When using a foam roller, magic circle or any other prop the goal is to find, feel and fine-tune muscle activation for better stabilization or movement so that when you get back to doing the “traditional” exercise without the prop you will be able to do it even better with all the right muscles working!

I thought it would be fun to see how many different ways I could find to use the Foam Roller for the Pilates Mat Roll Up exercise.  I have one or two ways I always use it when I teach a Roller-themed Mat class, but was confident that there were probably a lot of other ways it could be used.  So I grabbed my roller and a piece of paper and plopped myself down on the mat to play.  With about 5 minutes of thought, and about thirty repetitions (it was a nice Ab workout!)  I came up with 10 different ways to use the Foam Roller for the Roll Up. 

Posted by Aliesa George in Pilates, Pilates Exercises, Techniques & Teaching Tips.

Exercise Speed: Pilates Training – The Value of Pacing Your Pilates Workouts

bearThe 3 Bears Strategy for Pacing Your Pilates Workouts

How are exercise speed and healthy movement related?  This is an interesting topic of discussion for Pilates training.   What’s the best speed for pacing your Pilates workouts?  What speed should we be executing the exercises in our workout?  Is it good or bad to work slowly?  And is it possible that we might be moving too fast to really get the best benefits from what we’re doing?

Based on my training and understanding of healthy movement habits, our ideal goal is that regardless of the pace or speed of our movement, it should be done with the correct amount of control and coordination using the right muscle groups in the correct sequence for biomechanically correct function.

That sounds long and technical, so the short answer is move with the right muscles working and you’ll stay healthy!  Move at a pace (either too fast or too slow for you to control and use the right muscles) and there’s a good chance that you will recruit other muscle groups that ideally should not be involved in the work, thus training your brain and body to recruit the wrong parts to do the action.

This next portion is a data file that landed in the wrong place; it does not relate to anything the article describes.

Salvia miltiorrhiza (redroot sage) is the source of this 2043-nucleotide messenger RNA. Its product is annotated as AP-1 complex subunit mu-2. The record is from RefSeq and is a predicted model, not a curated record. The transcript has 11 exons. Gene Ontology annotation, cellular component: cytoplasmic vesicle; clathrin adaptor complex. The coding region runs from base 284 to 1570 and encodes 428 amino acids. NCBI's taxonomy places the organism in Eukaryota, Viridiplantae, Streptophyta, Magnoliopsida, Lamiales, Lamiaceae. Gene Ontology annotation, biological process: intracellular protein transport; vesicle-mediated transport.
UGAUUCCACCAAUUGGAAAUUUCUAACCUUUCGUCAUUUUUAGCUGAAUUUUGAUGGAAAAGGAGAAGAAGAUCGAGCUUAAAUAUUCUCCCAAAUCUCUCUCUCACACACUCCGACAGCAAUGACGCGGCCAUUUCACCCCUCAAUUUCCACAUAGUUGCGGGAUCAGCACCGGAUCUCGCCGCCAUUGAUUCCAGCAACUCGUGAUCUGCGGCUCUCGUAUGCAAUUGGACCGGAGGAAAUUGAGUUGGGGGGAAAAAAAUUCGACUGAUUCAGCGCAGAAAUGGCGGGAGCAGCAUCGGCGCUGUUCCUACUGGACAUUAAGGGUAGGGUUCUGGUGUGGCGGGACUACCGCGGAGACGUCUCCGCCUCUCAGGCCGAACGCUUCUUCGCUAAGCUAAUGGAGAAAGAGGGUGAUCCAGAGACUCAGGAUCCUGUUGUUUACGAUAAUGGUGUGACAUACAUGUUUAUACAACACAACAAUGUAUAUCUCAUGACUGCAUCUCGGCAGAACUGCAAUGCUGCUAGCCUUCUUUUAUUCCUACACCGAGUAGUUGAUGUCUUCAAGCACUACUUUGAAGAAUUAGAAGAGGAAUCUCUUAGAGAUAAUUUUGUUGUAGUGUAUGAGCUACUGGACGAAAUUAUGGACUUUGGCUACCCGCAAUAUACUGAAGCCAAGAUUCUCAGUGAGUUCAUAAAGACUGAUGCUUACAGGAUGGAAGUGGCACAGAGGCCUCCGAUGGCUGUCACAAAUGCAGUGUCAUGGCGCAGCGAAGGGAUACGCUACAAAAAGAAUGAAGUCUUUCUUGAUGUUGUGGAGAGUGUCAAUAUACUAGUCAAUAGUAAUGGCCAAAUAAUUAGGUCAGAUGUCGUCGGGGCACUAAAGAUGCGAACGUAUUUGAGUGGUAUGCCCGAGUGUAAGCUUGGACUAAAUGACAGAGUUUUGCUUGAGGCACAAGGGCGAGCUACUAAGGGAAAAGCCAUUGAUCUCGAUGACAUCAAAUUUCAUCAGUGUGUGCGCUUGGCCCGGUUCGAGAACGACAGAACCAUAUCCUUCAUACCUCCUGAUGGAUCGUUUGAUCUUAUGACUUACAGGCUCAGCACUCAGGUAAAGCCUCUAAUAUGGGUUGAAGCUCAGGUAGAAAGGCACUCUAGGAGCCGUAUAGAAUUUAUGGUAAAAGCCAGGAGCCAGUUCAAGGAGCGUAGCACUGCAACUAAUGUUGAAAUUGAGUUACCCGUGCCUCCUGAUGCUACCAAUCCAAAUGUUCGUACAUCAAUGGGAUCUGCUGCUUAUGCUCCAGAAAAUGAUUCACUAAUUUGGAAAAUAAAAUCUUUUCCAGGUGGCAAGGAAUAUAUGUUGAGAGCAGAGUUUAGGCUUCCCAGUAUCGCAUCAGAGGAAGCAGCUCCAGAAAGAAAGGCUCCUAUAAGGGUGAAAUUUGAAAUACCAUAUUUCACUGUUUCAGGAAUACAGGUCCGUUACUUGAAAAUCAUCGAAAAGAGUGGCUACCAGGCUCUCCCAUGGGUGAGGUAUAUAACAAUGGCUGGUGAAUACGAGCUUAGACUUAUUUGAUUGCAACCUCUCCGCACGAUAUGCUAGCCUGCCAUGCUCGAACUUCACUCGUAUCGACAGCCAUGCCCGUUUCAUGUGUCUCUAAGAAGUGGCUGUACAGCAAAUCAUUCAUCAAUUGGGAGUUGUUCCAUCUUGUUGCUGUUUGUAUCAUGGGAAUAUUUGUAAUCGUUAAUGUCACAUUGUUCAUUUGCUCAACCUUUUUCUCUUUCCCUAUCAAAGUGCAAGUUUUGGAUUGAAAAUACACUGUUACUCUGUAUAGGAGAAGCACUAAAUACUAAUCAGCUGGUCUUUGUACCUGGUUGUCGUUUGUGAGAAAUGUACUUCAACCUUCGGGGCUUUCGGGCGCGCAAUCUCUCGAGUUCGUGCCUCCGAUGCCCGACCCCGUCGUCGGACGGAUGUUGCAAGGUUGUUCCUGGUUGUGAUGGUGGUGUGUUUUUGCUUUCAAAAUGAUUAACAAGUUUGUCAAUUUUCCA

Posted by Aliesa George in Pilates, Pilates Exercises, Techniques & Teaching Tips.

Exercise Safety in Pilates Class and Beyond

Hazard SignI find it so interesting how the Universe gifts us with new opportunities to learn and grow…  Since writing the recent series of articles on mobilizing the ribcage, I’ve had the privilege to start working with not one, but TWO new clients who have Harrington Rods.

For those of you reading this article who are unfamiliar with the term, historically this rod has been surgically implanted along the spinal column to treat scoliosis.  Once you’re spine has been “shored up” with a rod, there is no longer movement at those vertebrae.    For these clients everything that is needed to maintain normal “healthy” movement of the spine and ribs becomes moot.   All the great benefits of Pilates posterior lateral breathing for elongation of the spine to maintain healthy posture has to be re-thought and re-taught because try as you might, the ribcage and spine won’t be moving.  That doesn’t mean the muscles along the spine aren’t active – we still need to maintain good strength and support.  But everything becomes quite different from a cuing, exercise selection and exercise safety standpoint.

Posted by Aliesa George in I Want to be a Pilates Teacher, Pilates, Pilates Exercises, Techniques & Teaching Tips.

Mobilizing the Ribs: Healthy Spine Movement in Many Directions

Centerworks® “Secret” Training Tips for Mobilizing the Ribcage
Part  Five: Multi-Directional Movement of the Spine

Chair, Teaser Twist